University of Cincinnati surgeons say minimally invasive lung surgery should be standard care

Cincinnati 29 June 2007Major United States academic medical centres can successfully - and safely - integrate minimally invasive lung surgery into their training programmes with a standardized, step-by-step plan, according to University of Cincinnati (UC) thoracic surgeons. It's estimated that only about 10 percent of all lung cancer operations nationwide are done with minimally invasive techniques, but more than half the patients who need the surgery would qualify for the less invasive procedure, which results in faster recovery time and less pain for patients.


The minimally invasive lung surgery, known as a thoracoscopic lobectomy, is done through several small incisions, versus a major chest incision, and requires no rib spreading. The University of Cincinnati is one of only a handful of academic medical centres actively training surgeons to perform the procedure.

"Thoracoscopic lobectomy should be considered the standard of care for patients with early-stage lung cancers", stated Michael Reed, MD, assistant professor of surgery at UC and minimally invasive thoracic surgeon at the University Hospital. "But few surgeons offer the procedure because it's difficult and requires a lot of additional training."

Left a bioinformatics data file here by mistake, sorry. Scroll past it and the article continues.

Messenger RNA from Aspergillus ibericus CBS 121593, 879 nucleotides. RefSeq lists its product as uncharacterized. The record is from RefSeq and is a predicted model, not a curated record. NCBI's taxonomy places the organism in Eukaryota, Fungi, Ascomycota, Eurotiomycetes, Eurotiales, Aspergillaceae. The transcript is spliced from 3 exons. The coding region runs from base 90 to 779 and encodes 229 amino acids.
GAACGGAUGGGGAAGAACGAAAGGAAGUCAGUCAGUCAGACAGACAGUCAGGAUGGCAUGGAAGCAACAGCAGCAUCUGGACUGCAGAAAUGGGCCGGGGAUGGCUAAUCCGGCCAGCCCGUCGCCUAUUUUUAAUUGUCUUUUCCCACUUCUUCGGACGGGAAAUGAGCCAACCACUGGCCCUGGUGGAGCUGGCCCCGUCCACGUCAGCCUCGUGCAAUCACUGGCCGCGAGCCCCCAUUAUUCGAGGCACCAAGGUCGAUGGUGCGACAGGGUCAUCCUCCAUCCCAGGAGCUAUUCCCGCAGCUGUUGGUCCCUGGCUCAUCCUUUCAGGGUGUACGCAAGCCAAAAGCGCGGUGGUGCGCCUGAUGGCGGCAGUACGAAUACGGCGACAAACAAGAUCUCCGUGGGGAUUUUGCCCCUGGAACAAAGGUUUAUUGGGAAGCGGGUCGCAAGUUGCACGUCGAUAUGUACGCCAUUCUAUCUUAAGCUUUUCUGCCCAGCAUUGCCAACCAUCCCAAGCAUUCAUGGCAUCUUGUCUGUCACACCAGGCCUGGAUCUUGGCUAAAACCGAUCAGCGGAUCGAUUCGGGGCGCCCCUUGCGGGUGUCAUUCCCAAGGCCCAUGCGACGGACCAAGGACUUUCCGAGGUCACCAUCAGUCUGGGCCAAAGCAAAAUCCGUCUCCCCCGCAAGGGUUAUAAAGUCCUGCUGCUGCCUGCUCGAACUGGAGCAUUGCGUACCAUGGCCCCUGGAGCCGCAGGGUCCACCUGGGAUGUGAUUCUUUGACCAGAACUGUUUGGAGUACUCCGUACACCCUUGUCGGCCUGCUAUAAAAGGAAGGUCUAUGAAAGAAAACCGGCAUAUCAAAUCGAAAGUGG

"We've shown that with a predetermined, step-by-step plan - guided by highly experienced minimally invasive thoracic surgeons - thoracoscopic lobectomy can be integrated safely into thoracic surgical training programmes", Dr. Reed added.

Using this strategy, the UC surgeons have increased the number of minimally invasive lobectomies they perform by about 57 percent over four years. Dr. Reed estimates 75 percent of all lobectomies at the University Hospital are now done using the minimally invasive approach. Prior to implementation of the training programme, only about 18 percent of lobectomies were performed minimally invasively.

Dr. Reed presented the findings on June 29, at the Western Thoracic Surgical Association's annual meeting in Santa Ana Pueblo, New Mexico. Dr. Reed and his UC colleague, Sandra Starnes, MD, conducted a four-year review of thoracic surgical cases at the University Hospital and the Cincinnati Department of Veterans Affairs Medical Center to compare minimally invasive lobectomies performed by their team before and after implementation of a formal training programme.

The Cincinnati team has trained two cardiothoracic surgery fellows and more than a dozen community thoracic surgeons to perform minimally invasive lung surgery. "The key to implementing this programme into our practice was having a dedicated team of extensively trained thoracic surgeons with expertise in both open and minimally invasive, video-guided techniques", added Dr. Starnes. "This isn't a procedure you can perform confidently after just a few cases - mentorship and experience are key."

Collaborators in this study include Mark Lucia; Sandra Starnes, MD; Walter Merrill, MD; and John Howington, MD, who completed this work at the University of Cincinnati and is now in private practice at Evanston Hospital in Illinois.

Leslie Versweyveld

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